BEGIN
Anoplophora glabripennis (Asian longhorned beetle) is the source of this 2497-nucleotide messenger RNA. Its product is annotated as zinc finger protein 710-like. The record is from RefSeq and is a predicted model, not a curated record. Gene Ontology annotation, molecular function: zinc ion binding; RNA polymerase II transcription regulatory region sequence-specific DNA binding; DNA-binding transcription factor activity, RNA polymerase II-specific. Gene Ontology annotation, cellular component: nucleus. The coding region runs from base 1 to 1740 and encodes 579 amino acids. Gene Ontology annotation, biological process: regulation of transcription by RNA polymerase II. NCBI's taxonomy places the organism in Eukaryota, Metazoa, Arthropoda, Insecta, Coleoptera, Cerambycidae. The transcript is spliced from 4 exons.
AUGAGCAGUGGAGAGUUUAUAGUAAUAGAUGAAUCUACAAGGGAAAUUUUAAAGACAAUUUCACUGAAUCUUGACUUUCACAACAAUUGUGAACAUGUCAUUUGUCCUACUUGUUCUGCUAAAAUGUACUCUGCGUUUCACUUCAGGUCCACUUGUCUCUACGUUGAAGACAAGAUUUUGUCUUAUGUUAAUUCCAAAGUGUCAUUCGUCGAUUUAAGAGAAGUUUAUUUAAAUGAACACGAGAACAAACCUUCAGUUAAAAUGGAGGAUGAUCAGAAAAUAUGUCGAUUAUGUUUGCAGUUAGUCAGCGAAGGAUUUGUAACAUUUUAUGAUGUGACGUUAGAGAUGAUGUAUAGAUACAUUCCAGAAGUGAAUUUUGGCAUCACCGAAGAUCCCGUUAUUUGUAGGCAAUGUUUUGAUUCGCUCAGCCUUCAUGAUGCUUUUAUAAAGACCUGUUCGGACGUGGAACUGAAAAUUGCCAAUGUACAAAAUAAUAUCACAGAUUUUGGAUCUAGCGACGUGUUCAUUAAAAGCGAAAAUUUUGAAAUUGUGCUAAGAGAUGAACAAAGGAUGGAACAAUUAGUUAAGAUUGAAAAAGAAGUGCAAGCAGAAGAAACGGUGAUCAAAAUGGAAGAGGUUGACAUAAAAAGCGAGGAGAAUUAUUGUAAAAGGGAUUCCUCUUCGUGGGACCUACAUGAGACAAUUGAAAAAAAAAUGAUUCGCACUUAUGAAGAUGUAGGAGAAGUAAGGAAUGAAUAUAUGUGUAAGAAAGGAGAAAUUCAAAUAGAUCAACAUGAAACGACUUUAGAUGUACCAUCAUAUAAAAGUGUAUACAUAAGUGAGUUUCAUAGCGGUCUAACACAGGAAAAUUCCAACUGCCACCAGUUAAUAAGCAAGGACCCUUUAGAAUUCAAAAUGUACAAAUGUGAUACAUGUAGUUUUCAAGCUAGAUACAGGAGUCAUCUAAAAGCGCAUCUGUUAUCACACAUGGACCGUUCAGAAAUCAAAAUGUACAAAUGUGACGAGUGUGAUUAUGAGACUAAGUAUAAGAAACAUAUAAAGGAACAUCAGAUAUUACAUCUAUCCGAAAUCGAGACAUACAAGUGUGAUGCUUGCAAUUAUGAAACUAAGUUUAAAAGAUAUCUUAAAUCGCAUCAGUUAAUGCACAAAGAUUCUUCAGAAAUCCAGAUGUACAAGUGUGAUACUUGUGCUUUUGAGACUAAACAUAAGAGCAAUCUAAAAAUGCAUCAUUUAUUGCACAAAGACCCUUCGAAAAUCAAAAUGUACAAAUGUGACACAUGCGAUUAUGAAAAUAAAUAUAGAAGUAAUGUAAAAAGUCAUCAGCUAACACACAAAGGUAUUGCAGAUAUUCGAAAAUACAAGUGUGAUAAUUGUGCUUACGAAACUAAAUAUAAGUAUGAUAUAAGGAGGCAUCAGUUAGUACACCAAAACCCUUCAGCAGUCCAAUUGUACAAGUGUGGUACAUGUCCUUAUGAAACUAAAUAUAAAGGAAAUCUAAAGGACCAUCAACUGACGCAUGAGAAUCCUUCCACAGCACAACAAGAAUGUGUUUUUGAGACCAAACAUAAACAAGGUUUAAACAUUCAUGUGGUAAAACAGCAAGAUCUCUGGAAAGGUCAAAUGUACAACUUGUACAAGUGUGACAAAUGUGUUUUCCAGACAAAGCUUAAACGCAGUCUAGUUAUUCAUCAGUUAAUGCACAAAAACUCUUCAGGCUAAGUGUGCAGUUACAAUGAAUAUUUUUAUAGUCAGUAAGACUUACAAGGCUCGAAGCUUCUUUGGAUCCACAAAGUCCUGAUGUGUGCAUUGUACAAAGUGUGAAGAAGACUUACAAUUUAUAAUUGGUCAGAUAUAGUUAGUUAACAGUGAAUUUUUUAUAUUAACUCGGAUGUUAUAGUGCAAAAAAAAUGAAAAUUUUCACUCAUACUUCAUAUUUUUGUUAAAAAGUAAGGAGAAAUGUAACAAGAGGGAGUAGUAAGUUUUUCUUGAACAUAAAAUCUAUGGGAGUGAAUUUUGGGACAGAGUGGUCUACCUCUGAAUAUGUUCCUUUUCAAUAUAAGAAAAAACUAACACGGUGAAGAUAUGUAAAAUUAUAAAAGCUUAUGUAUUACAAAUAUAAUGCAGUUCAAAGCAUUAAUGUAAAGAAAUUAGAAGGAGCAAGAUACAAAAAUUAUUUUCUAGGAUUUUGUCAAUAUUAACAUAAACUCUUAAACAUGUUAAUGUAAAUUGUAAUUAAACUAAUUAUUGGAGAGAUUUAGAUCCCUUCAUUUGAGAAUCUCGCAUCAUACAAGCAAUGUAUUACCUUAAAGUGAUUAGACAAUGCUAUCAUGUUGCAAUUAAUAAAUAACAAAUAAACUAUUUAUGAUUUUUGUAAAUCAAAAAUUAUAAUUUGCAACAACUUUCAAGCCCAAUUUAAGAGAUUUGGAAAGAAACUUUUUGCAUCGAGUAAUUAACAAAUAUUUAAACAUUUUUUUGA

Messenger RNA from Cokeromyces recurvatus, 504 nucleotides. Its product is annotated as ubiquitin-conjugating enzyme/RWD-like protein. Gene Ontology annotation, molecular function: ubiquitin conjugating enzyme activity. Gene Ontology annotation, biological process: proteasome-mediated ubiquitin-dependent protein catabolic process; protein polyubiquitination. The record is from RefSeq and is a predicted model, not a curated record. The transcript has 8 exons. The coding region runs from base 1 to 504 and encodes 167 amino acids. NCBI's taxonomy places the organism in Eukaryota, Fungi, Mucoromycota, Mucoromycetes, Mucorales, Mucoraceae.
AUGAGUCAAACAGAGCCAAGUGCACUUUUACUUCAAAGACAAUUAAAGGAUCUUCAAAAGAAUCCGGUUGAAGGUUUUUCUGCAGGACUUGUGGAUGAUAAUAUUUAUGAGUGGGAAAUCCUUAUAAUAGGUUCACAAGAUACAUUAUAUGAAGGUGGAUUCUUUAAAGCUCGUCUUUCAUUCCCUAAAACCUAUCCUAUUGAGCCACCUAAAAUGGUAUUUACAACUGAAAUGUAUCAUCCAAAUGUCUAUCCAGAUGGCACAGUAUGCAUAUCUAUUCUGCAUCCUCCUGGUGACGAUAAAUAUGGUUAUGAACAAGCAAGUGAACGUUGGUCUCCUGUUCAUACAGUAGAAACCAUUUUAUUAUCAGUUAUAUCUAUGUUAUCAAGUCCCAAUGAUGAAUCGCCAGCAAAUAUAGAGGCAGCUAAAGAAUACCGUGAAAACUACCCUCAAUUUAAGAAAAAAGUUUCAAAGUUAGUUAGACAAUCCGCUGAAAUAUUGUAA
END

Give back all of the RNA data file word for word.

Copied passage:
Anoplophora glabripennis (Asian longhorned beetle) is the source of this 2497-nucleotide messenger RNA. Its product is annotated as zinc finger protein 710-like. The record is from RefSeq and is a predicted model, not a curated record. Gene Ontology annotation, molecular function: zinc ion binding; RNA polymerase II transcription regulatory region sequence-specific DNA binding; DNA-binding transcription factor activity, RNA polymerase II-specific. Gene Ontology annotation, cellular component: nucleus. The coding region runs from base 1 to 1740 and encodes 579 amino acids. Gene Ontology annotation, biological process: regulation of transcription by RNA polymerase II. NCBI's taxonomy places the organism in Eukaryota, Metazoa, Arthropoda, Insecta, Coleoptera, Cerambycidae. The transcript is spliced from 4 exons.
AUGAGCAGUGGAGAGUUUAUAGUAAUAGAUGAAUCUACAAGGGAAAUUUUAAAGACAAUUUCACUGAAUCUUGACUUUCACAACAAUUGUGAACAUGUCAUUUGUCCUACUUGUUCUGCUAAAAUGUACUCUGCGUUUCACUUCAGGUCCACUUGUCUCUACGUUGAAGACAAGAUUUUGUCUUAUGUUAAUUCCAAAGUGUCAUUCGUCGAUUUAAGAGAAGUUUAUUUAAAUGAACACGAGAACAAACCUUCAGUUAAAAUGGAGGAUGAUCAGAAAAUAUGUCGAUUAUGUUUGCAGUUAGUCAGCGAAGGAUUUGUAACAUUUUAUGAUGUGACGUUAGAGAUGAUGUAUAGAUACAUUCCAGAAGUGAAUUUUGGCAUCACCGAAGAUCCCGUUAUUUGUAGGCAAUGUUUUGAUUCGCUCAGCCUUCAUGAUGCUUUUAUAAAGACCUGUUCGGACGUGGAACUGAAAAUUGCCAAUGUACAAAAUAAUAUCACAGAUUUUGGAUCUAGCGACGUGUUCAUUAAAAGCGAAAAUUUUGAAAUUGUGCUAAGAGAUGAACAAAGGAUGGAACAAUUAGUUAAGAUUGAAAAAGAAGUGCAAGCAGAAGAAACGGUGAUCAAAAUGGAAGAGGUUGACAUAAAAAGCGAGGAGAAUUAUUGUAAAAGGGAUUCCUCUUCGUGGGACCUACAUGAGACAAUUGAAAAAAAAAUGAUUCGCACUUAUGAAGAUGUAGGAGAAGUAAGGAAUGAAUAUAUGUGUAAGAAAGGAGAAAUUCAAAUAGAUCAACAUGAAACGACUUUAGAUGUACCAUCAUAUAAAAGUGUAUACAUAAGUGAGUUUCAUAGCGGUCUAACACAGGAAAAUUCCAACUGCCACCAGUUAAUAAGCAAGGACCCUUUAGAAUUCAAAAUGUACAAAUGUGAUACAUGUAGUUUUCAAGCUAGAUACAGGAGUCAUCUAAAAGCGCAUCUGUUAUCACACAUGGACCGUUCAGAAAUCAAAAUGUACAAAUGUGACGAGUGUGAUUAUGAGACUAAGUAUAAGAAACAUAUAAAGGAACAUCAGAUAUUACAUCUAUCCGAAAUCGAGACAUACAAGUGUGAUGCUUGCAAUUAUGAAACUAAGUUUAAAAGAUAUCUUAAAUCGCAUCAGUUAAUGCACAAAGAUUCUUCAGAAAUCCAGAUGUACAAGUGUGAUACUUGUGCUUUUGAGACUAAACAUAAGAGCAAUCUAAAAAUGCAUCAUUUAUUGCACAAAGACCCUUCGAAAAUCAAAAUGUACAAAUGUGACACAUGCGAUUAUGAAAAUAAAUAUAGAAGUAAUGUAAAAAGUCAUCAGCUAACACACAAAGGUAUUGCAGAUAUUCGAAAAUACAAGUGUGAUAAUUGUGCUUACGAAACUAAAUAUAAGUAUGAUAUAAGGAGGCAUCAGUUAGUACACCAAAACCCUUCAGCAGUCCAAUUGUACAAGUGUGGUACAUGUCCUUAUGAAACUAAAUAUAAAGGAAAUCUAAAGGACCAUCAACUGACGCAUGAGAAUCCUUCCACAGCACAACAAGAAUGUGUUUUUGAGACCAAACAUAAACAAGGUUUAAACAUUCAUGUGGUAAAACAGCAAGAUCUCUGGAAAGGUCAAAUGUACAACUUGUACAAGUGUGACAAAUGUGUUUUCCAGACAAAGCUUAAACGCAGUCUAGUUAUUCAUCAGUUAAUGCACAAAAACUCUUCAGGCUAAGUGUGCAGUUACAAUGAAUAUUUUUAUAGUCAGUAAGACUUACAAGGCUCGAAGCUUCUUUGGAUCCACAAAGUCCUGAUGUGUGCAUUGUACAAAGUGUGAAGAAGACUUACAAUUUAUAAUUGGUCAGAUAUAGUUAGUUAACAGUGAAUUUUUUAUAUUAACUCGGAUGUUAUAGUGCAAAAAAAAUGAAAAUUUUCACUCAUACUUCAUAUUUUUGUUAAAAAGUAAGGAGAAAUGUAACAAGAGGGAGUAGUAAGUUUUUCUUGAACAUAAAAUCUAUGGGAGUGAAUUUUGGGACAGAGUGGUCUACCUCUGAAUAUGUUCCUUUUCAAUAUAAGAAAAAACUAACACGGUGAAGAUAUGUAAAAUUAUAAAAGCUUAUGUAUUACAAAUAUAAUGCAGUUCAAAGCAUUAAUGUAAAGAAAUUAGAAGGAGCAAGAUACAAAAAUUAUUUUCUAGGAUUUUGUCAAUAUUAACAUAAACUCUUAAACAUGUUAAUGUAAAUUGUAAUUAAACUAAUUAUUGGAGAGAUUUAGAUCCCUUCAUUUGAGAAUCUCGCAUCAUACAAGCAAUGUAUUACCUUAAAGUGAUUAGACAAUGCUAUCAUGUUGCAAUUAAUAAAUAACAAAUAAACUAUUUAUGAUUUUUGUAAAUCAAAAAUUAUAAUUUGCAACAACUUUCAAGCCCAAUUUAAGAGAUUUGGAAAGAAACUUUUUGCAUCGAGUAAUUAACAAAUAUUUAAACAUUUUUUUGA

Messenger RNA from Cokeromyces recurvatus, 504 nucleotides. Its product is annotated as ubiquitin-conjugating enzyme/RWD-like protein. Gene Ontology annotation, molecular function: ubiquitin conjugating enzyme activity. Gene Ontology annotation, biological process: proteasome-mediated ubiquitin-dependent protein catabolic process; protein polyubiquitination. The record is from RefSeq and is a predicted model, not a curated record. The transcript has 8 exons. The coding region runs from base 1 to 504 and encodes 167 amino acids. NCBI's taxonomy places the organism in Eukaryota, Fungi, Mucoromycota, Mucoromycetes, Mucorales, Mucoraceae.
AUGAGUCAAACAGAGCCAAGUGCACUUUUACUUCAAAGACAAUUAAAGGAUCUUCAAAAGAAUCCGGUUGAAGGUUUUUCUGCAGGACUUGUGGAUGAUAAUAUUUAUGAGUGGGAAAUCCUUAUAAUAGGUUCACAAGAUACAUUAUAUGAAGGUGGAUUCUUUAAAGCUCGUCUUUCAUUCCCUAAAACCUAUCCUAUUGAGCCACCUAAAAUGGUAUUUACAACUGAAAUGUAUCAUCCAAAUGUCUAUCCAGAUGGCACAGUAUGCAUAUCUAUUCUGCAUCCUCCUGGUGACGAUAAAUAUGGUUAUGAACAAGCAAGUGAACGUUGGUCUCCUGUUCAUACAGUAGAAACCAUUUUAUUAUCAGUUAUAUCUAUGUUAUCAAGUCCCAAUGAUGAAUCGCCAGCAAAUAUAGAGGCAGCUAAAGAAUACCGUGAAAACUACCCUCAAUUUAAGAAAAAAGUUUCAAAGUUAGUUAGACAAUCCGCUGAAAUAUUGUAA